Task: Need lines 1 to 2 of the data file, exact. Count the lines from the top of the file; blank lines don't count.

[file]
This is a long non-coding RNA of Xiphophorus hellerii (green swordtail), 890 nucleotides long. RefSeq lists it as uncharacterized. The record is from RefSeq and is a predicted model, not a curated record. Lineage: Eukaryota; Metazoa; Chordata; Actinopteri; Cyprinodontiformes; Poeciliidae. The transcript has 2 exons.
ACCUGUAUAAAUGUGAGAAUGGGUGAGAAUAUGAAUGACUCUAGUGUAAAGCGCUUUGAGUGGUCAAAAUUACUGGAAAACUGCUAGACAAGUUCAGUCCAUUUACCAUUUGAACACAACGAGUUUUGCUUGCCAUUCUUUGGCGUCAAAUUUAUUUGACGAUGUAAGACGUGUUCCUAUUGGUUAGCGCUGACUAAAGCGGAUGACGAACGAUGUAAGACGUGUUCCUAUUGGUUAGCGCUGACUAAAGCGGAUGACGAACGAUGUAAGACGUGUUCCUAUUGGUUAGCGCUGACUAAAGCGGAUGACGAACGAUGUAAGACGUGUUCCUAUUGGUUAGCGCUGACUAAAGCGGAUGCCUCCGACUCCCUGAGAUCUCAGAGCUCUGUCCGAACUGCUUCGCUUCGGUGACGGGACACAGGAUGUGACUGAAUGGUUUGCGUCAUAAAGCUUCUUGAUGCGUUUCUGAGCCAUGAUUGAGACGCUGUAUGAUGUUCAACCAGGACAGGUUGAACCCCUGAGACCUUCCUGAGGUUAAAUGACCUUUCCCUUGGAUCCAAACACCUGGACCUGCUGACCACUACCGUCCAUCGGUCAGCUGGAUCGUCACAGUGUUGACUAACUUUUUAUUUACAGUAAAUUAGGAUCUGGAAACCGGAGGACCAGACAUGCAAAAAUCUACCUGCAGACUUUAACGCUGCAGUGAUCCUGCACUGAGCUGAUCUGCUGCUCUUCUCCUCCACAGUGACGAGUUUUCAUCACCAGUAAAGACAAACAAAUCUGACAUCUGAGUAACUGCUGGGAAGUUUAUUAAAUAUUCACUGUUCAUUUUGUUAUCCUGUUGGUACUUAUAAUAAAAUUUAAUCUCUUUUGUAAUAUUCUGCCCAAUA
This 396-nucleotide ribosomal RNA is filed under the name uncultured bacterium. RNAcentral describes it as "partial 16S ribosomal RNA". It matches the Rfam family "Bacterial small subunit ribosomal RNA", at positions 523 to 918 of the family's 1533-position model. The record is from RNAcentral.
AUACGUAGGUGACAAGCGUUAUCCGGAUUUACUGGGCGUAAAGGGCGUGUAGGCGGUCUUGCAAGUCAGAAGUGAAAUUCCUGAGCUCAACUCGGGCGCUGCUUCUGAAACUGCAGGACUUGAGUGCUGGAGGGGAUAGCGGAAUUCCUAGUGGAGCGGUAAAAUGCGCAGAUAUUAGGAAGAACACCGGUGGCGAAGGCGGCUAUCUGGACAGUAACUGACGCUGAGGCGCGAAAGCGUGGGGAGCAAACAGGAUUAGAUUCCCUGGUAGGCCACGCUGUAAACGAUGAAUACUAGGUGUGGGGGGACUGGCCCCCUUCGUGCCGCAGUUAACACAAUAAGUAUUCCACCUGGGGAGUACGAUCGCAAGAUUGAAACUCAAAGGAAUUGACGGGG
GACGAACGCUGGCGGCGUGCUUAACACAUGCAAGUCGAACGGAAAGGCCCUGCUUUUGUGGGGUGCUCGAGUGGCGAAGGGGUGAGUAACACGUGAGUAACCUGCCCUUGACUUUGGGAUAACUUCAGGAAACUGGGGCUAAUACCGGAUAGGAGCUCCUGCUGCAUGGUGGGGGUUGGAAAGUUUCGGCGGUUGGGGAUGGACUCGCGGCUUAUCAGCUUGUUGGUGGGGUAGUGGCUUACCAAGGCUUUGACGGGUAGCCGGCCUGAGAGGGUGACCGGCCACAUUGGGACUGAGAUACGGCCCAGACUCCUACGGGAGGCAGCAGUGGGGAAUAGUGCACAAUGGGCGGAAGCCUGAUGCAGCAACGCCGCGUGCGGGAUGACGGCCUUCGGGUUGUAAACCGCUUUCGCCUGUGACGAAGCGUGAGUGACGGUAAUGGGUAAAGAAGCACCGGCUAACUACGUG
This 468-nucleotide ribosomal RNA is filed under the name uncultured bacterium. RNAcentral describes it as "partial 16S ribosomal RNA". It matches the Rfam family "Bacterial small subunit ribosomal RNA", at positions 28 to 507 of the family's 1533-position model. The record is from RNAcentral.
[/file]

This is a long non-coding RNA of Xiphophorus hellerii (green swordtail), 890 nucleotides long. RefSeq lists it as uncharacterized. The record is from RefSeq and is a predicted model, not a curated record. Lineage: Eukaryota; Metazoa; Chordata; Actinopteri; Cyprinodontiformes; Poeciliidae. The transcript has 2 exons.
ACCUGUAUAAAUGUGAGAAUGGGUGAGAAUAUGAAUGACUCUAGUGUAAAGCGCUUUGAGUGGUCAAAAUUACUGGAAAACUGCUAGACAAGUUCAGUCCAUUUACCAUUUGAACACAACGAGUUUUGCUUGCCAUUCUUUGGCGUCAAAUUUAUUUGACGAUGUAAGACGUGUUCCUAUUGGUUAGCGCUGACUAAAGCGGAUGACGAACGAUGUAAGACGUGUUCCUAUUGGUUAGCGCUGACUAAAGCGGAUGACGAACGAUGUAAGACGUGUUCCUAUUGGUUAGCGCUGACUAAAGCGGAUGACGAACGAUGUAAGACGUGUUCCUAUUGGUUAGCGCUGACUAAAGCGGAUGCCUCCGACUCCCUGAGAUCUCAGAGCUCUGUCCGAACUGCUUCGCUUCGGUGACGGGACACAGGAUGUGACUGAAUGGUUUGCGUCAUAAAGCUUCUUGAUGCGUUUCUGAGCCAUGAUUGAGACGCUGUAUGAUGUUCAACCAGGACAGGUUGAACCCCUGAGACCUUCCUGAGGUUAAAUGACCUUUCCCUUGGAUCCAAACACCUGGACCUGCUGACCACUACCGUCCAUCGGUCAGCUGGAUCGUCACAGUGUUGACUAACUUUUUAUUUACAGUAAAUUAGGAUCUGGAAACCGGAGGACCAGACAUGCAAAAAUCUACCUGCAGACUUUAACGCUGCAGUGAUCCUGCACUGAGCUGAUCUGCUGCUCUUCUCCUCCACAGUGACGAGUUUUCAUCACCAGUAAAGACAAACAAAUCUGACAUCUGAGUAACUGCUGGGAAGUUUAUUAAAUAUUCACUGUUCAUUUUGUUAUCCUGUUGGUACUUAUAAUAAAAUUUAAUCUCUUUUGUAAUAUUCUGCCCAAUA